A.B. SPELLMAN, National Endowment for the Arts: So Murray, that's some very tight trio playing by Nat Cole and his friends. That's a great piece of instrumental work by Nat, and he was a great instrumentalist as well as a singer, wasn't he?
MURRAY HORWITZ, American Film Institute: Yeah, and of course he was an instrumentalist before he was a singer, and really one of the greatest jazz pianists of all time. We can now say with some certainty at the remove of fifty or more years.
But you put your finger right on it, A.B. That's three guys playing as one man. Bass, piano, and guitar — the original Nat King Cole Trio. The song is "It's Only a Paper Moon." Johnny Miller is on bass. Oscar Moore is on guitar and the great Nat King Cole is on the piano.
SPELLMAN: How would you characterize Nat's style as a singer? What should listeners pay attention to when they hear him crooning?
HORWITZ: They should listen for a jazz sensibility. Now what I mean is, he's a very rhythmic singer. But he's sneaky about it. You think of Nat Cole, and you think of this velvet smooth sound. Where he places notes, how he phrases, where he starts words, and where he ends them, always have to me a swing pulse — a pulse that sort of challenges the rhythm of the song, or plays against it in some way. And that keeps you on the edge of your seat, even if it's a beautiful ballad.
SPELLMAN: Murray, the trio had a lot of prominence for a long time. And Nat Cole was one of the first African-American jazz musicians to cross over in such a successful way. Why do you think he appealed so well to so many different people?
HORWITZ: I think its for the same reasons that if you want a Basic Jazz Record Library, you want this disc or a disc of Nat Cole Trio sides in your collection. It's instantly accessible music. It's very attractive music. You don't have to know anything about jazz or music to like it.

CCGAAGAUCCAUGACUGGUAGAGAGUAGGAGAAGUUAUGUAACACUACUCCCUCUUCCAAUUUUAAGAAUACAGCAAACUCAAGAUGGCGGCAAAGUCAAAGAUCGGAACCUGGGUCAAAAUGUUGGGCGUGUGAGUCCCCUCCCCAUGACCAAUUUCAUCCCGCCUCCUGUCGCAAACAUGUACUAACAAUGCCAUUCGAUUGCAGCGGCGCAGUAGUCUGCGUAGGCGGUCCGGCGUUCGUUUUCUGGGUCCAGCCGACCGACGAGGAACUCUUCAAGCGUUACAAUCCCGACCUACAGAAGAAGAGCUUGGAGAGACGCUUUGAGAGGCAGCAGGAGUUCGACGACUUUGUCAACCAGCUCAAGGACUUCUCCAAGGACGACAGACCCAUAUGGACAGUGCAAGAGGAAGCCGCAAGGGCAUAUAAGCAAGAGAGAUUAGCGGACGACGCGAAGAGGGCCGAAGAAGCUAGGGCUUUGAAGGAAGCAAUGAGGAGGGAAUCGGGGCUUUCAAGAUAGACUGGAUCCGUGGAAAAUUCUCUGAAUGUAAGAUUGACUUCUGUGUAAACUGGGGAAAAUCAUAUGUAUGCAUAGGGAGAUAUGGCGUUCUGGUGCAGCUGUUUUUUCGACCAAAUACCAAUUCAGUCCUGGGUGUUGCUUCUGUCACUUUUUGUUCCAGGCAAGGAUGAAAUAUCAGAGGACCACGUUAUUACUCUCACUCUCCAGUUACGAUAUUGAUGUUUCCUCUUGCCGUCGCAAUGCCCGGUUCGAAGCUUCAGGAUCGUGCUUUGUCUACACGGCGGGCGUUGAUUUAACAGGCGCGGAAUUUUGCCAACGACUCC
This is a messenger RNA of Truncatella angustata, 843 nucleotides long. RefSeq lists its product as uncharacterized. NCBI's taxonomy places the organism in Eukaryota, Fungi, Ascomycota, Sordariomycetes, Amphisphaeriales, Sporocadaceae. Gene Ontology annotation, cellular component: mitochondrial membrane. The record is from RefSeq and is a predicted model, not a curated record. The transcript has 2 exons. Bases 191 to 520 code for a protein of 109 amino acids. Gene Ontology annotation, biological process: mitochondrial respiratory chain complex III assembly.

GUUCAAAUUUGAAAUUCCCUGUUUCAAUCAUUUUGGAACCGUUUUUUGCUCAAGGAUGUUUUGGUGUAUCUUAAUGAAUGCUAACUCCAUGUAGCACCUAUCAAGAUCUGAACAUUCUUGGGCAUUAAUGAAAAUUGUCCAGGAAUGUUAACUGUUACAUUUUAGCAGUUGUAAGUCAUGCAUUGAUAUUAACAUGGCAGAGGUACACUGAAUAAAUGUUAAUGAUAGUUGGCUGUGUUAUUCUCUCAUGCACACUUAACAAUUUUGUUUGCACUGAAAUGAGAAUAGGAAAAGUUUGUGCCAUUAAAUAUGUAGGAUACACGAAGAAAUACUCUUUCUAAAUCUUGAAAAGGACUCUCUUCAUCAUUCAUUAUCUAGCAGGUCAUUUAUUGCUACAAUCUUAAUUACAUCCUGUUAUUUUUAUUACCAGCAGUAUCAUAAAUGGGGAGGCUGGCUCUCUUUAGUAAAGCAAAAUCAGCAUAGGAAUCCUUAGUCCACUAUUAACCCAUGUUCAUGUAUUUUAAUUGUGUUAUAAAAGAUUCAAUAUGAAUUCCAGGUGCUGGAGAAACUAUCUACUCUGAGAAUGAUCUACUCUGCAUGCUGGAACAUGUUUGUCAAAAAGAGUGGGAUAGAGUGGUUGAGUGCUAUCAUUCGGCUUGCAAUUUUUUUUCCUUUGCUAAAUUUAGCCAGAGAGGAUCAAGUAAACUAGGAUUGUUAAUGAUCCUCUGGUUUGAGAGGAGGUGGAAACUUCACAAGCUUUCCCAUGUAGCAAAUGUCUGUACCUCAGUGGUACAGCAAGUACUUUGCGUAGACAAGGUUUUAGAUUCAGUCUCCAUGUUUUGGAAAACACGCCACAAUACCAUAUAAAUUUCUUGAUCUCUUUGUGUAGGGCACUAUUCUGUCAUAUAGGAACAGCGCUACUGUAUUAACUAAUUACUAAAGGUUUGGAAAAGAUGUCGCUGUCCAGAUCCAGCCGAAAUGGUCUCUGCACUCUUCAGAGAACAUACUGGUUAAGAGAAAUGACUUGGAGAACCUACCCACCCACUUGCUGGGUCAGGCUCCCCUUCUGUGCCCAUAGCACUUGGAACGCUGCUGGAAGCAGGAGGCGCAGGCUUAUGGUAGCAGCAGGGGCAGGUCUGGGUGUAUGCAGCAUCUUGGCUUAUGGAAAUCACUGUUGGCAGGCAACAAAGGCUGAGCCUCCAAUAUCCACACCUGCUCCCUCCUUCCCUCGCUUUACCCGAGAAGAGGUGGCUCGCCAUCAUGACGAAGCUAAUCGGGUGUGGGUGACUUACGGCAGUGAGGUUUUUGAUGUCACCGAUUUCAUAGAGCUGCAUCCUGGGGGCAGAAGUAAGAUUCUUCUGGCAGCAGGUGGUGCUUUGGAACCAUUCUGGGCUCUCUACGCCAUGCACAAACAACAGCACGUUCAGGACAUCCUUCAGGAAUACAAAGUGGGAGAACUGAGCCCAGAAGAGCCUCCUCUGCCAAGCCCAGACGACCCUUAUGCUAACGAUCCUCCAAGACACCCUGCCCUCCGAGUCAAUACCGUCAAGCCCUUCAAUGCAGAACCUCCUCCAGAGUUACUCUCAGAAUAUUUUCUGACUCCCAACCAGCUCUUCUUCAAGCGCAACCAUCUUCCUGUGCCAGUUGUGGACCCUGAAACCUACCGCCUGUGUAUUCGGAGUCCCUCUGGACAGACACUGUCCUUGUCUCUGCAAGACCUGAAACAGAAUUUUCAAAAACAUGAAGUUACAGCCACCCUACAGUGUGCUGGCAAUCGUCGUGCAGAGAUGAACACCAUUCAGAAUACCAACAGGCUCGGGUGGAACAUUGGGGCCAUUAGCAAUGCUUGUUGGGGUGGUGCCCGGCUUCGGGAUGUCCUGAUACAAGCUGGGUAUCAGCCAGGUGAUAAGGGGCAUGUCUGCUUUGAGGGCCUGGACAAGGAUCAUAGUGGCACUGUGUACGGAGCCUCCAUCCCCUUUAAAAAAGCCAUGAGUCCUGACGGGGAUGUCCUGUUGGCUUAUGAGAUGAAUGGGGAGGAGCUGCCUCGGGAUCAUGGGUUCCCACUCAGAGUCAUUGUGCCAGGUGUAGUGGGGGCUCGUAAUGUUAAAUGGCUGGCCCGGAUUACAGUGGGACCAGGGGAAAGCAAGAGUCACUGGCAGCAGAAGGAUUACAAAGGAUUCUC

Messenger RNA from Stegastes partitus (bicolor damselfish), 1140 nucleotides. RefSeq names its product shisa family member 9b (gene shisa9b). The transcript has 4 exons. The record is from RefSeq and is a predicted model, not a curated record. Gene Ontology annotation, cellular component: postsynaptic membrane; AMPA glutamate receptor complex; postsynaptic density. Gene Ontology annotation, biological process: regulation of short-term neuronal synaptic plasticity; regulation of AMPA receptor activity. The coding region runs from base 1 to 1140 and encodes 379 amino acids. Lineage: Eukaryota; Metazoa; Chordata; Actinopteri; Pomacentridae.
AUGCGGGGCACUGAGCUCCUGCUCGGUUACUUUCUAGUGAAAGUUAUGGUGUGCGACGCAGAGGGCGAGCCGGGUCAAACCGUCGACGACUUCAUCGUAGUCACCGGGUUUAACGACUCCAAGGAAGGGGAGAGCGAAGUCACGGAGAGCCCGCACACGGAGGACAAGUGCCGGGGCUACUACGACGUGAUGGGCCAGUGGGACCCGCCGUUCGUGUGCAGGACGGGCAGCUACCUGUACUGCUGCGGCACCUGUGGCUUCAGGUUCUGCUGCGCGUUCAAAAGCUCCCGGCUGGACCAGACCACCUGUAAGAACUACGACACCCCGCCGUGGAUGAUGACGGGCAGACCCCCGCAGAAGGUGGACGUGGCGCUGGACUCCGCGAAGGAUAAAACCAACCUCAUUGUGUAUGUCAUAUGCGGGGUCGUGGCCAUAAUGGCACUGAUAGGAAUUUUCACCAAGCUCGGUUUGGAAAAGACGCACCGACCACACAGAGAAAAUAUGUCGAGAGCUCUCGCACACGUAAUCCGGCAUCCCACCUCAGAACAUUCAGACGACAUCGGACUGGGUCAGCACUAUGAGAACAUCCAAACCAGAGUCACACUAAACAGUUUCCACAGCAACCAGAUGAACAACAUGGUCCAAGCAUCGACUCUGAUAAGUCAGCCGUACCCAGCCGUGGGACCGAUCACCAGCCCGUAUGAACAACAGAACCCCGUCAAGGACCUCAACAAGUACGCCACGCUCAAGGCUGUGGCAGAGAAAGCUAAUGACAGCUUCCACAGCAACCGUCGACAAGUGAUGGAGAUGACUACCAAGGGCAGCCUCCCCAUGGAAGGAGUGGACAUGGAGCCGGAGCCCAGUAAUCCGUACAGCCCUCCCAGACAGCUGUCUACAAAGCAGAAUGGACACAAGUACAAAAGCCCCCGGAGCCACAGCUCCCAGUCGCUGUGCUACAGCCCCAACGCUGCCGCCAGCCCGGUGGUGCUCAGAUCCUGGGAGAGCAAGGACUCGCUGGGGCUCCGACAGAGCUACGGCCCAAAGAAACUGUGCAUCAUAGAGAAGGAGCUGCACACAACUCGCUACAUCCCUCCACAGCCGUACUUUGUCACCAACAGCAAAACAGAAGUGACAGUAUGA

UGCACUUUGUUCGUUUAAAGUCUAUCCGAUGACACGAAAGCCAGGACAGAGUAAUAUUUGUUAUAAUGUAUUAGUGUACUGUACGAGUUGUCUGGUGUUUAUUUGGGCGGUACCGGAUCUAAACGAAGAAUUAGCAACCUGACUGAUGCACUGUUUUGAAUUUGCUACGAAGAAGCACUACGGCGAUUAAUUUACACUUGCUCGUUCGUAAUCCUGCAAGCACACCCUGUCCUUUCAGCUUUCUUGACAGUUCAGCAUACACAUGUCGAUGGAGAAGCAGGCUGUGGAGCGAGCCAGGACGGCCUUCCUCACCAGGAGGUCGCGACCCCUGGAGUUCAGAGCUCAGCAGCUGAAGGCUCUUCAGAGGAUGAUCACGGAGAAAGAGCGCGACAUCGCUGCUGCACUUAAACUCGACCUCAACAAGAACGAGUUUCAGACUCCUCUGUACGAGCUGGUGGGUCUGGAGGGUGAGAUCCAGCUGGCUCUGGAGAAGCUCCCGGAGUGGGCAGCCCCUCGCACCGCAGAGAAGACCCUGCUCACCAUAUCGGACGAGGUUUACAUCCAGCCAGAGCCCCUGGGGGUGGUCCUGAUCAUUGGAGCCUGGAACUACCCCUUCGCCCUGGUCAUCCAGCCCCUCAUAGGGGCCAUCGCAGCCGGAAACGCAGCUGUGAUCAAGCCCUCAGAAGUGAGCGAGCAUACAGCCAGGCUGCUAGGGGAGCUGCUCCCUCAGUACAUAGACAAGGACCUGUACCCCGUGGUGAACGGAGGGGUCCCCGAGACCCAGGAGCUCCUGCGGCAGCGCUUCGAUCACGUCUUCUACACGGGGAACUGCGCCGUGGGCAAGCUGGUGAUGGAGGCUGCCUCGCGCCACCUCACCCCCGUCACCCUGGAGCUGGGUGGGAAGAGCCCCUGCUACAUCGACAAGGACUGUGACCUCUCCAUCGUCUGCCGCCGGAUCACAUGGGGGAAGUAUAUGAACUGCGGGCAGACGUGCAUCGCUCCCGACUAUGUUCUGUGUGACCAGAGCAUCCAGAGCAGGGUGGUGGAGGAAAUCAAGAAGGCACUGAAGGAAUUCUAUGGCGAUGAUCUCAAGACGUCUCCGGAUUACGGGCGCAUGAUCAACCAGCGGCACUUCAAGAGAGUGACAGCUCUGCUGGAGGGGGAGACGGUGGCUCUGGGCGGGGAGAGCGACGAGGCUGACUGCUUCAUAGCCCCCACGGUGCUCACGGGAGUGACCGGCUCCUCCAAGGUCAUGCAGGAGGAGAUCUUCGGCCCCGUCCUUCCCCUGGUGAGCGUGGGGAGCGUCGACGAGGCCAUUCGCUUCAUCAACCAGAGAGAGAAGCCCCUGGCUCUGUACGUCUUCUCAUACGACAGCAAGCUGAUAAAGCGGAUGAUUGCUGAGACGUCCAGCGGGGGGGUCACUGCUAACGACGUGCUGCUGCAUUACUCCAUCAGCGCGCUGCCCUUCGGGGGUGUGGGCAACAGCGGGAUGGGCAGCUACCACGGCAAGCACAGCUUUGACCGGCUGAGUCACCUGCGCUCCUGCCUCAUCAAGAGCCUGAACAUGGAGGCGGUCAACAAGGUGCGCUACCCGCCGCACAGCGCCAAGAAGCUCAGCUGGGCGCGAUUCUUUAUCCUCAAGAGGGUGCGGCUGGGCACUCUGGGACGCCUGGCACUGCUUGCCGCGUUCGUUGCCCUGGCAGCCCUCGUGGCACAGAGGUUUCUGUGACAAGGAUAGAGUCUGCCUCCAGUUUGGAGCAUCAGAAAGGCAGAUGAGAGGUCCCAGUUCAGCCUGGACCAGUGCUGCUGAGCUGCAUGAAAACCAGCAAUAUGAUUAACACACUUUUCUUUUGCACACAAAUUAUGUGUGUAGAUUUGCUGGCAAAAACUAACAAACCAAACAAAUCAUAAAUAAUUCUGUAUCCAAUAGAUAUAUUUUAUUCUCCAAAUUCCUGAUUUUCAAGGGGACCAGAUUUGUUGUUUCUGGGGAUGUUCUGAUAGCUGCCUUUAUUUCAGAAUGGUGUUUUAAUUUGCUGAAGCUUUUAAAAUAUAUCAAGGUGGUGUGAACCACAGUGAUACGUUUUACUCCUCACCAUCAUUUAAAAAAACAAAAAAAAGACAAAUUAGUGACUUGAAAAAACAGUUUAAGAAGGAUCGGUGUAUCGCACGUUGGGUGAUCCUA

But if you do know a lot about jazz or about music, it will reward very, very close listening. What's amazing is that this is the first really big, successful jazz trio... if you can say a trio is "big." This was the era of the big bands, of big 17-piece ensembles touring around the country, and in 1940-41, there weren't a lot of jazz trios. Nat Cole really invented this sound.
And then, when he began singing a little bit later on — you're right — he crossed over and became eventually a giant star... really a superstar. About the time of the peak of his superstardom, in the 1950s, he went back into the studio with the basic trio and guest soloists, and he had maybe his greatest album of all time, a thing called After Midnight.
HORWITZ: That's the great jazz trumpeter Harry "Sweets" Edison from Columbus, Ohio, and he was one of the star soloists that Nat Cole brought into the studio on this date. Others were the violinist Stuff Smith, and Willie Smith, the alto saxophonist. Then there's Juan Tizol, the great Duke Ellington trombonist, and...it's a perfect record. There's not a clinker in the bunch, and on the CD reissue of this album, you actually get a couple of bonus tracks that weren't released in the 1950s.
SPELLMAN: So here we have three Nat Cole selections to choose from. They are anthologies, and they are: After Midnight: The Complete Sessions, which is on Capitol. The Best of the Nat King Cole Trio, which is on Blue Note. And a bargain selection, which is Best of the Nat King Cole Trio, which is on First Choice. This is A.B. Spellman.
HORWITZ: And Murray Horwitz.
SPELLMAN: For NPR Jazz.